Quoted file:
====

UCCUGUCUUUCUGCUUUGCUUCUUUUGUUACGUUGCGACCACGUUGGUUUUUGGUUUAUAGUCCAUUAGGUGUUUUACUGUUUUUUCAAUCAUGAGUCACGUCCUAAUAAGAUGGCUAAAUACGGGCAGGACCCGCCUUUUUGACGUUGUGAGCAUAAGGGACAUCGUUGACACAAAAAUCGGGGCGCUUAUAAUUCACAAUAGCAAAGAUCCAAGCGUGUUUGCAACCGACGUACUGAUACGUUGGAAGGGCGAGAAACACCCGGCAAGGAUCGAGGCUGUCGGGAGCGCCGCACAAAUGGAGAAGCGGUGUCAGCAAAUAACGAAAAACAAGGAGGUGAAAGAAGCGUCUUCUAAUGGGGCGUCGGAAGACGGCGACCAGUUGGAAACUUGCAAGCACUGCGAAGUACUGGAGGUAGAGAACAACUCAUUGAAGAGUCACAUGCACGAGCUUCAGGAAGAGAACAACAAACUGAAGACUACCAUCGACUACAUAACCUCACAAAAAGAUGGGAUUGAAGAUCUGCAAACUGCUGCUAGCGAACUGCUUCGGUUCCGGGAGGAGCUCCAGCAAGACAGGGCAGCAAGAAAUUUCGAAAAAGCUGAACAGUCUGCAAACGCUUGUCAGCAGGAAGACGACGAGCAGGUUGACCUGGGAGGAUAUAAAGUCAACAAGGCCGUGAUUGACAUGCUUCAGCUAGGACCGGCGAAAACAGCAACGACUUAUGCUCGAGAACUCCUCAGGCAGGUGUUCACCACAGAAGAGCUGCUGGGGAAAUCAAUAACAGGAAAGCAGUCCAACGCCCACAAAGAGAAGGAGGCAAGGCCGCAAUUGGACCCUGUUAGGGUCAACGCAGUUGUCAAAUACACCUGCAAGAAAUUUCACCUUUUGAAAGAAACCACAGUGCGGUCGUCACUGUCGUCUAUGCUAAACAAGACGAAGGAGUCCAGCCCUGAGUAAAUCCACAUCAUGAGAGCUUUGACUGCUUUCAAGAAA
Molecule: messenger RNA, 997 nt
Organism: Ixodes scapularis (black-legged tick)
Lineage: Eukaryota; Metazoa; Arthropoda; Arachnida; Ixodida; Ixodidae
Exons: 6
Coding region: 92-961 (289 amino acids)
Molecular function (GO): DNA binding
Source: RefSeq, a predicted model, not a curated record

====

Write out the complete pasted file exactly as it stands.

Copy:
UCCUGUCUUUCUGCUUUGCUUCUUUUGUUACGUUGCGACCACGUUGGUUUUUGGUUUAUAGUCCAUUAGGUGUUUUACUGUUUUUUCAAUCAUGAGUCACGUCCUAAUAAGAUGGCUAAAUACGGGCAGGACCCGCCUUUUUGACGUUGUGAGCAUAAGGGACAUCGUUGACACAAAAAUCGGGGCGCUUAUAAUUCACAAUAGCAAAGAUCCAAGCGUGUUUGCAACCGACGUACUGAUACGUUGGAAGGGCGAGAAACACCCGGCAAGGAUCGAGGCUGUCGGGAGCGCCGCACAAAUGGAGAAGCGGUGUCAGCAAAUAACGAAAAACAAGGAGGUGAAAGAAGCGUCUUCUAAUGGGGCGUCGGAAGACGGCGACCAGUUGGAAACUUGCAAGCACUGCGAAGUACUGGAGGUAGAGAACAACUCAUUGAAGAGUCACAUGCACGAGCUUCAGGAAGAGAACAACAAACUGAAGACUACCAUCGACUACAUAACCUCACAAAAAGAUGGGAUUGAAGAUCUGCAAACUGCUGCUAGCGAACUGCUUCGGUUCCGGGAGGAGCUCCAGCAAGACAGGGCAGCAAGAAAUUUCGAAAAAGCUGAACAGUCUGCAAACGCUUGUCAGCAGGAAGACGACGAGCAGGUUGACCUGGGAGGAUAUAAAGUCAACAAGGCCGUGAUUGACAUGCUUCAGCUAGGACCGGCGAAAACAGCAACGACUUAUGCUCGAGAACUCCUCAGGCAGGUGUUCACCACAGAAGAGCUGCUGGGGAAAUCAAUAACAGGAAAGCAGUCCAACGCCCACAAAGAGAAGGAGGCAAGGCCGCAAUUGGACCCUGUUAGGGUCAACGCAGUUGUCAAAUACACCUGCAAGAAAUUUCACCUUUUGAAAGAAACCACAGUGCGGUCGUCACUGUCGUCUAUGCUAAACAAGACGAAGGAGUCCAGCCCUGAGUAAAUCCACAUCAUGAGAGCUUUGACUGCUUUCAAGAAA
Molecule: messenger RNA, 997 nt
Organism: Ixodes scapularis (black-legged tick)
Lineage: Eukaryota; Metazoa; Arthropoda; Arachnida; Ixodida; Ixodidae
Exons: 6
Coding region: 92-961 (289 amino acids)
Molecular function (GO): DNA binding
Source: RefSeq, a predicted model, not a curated record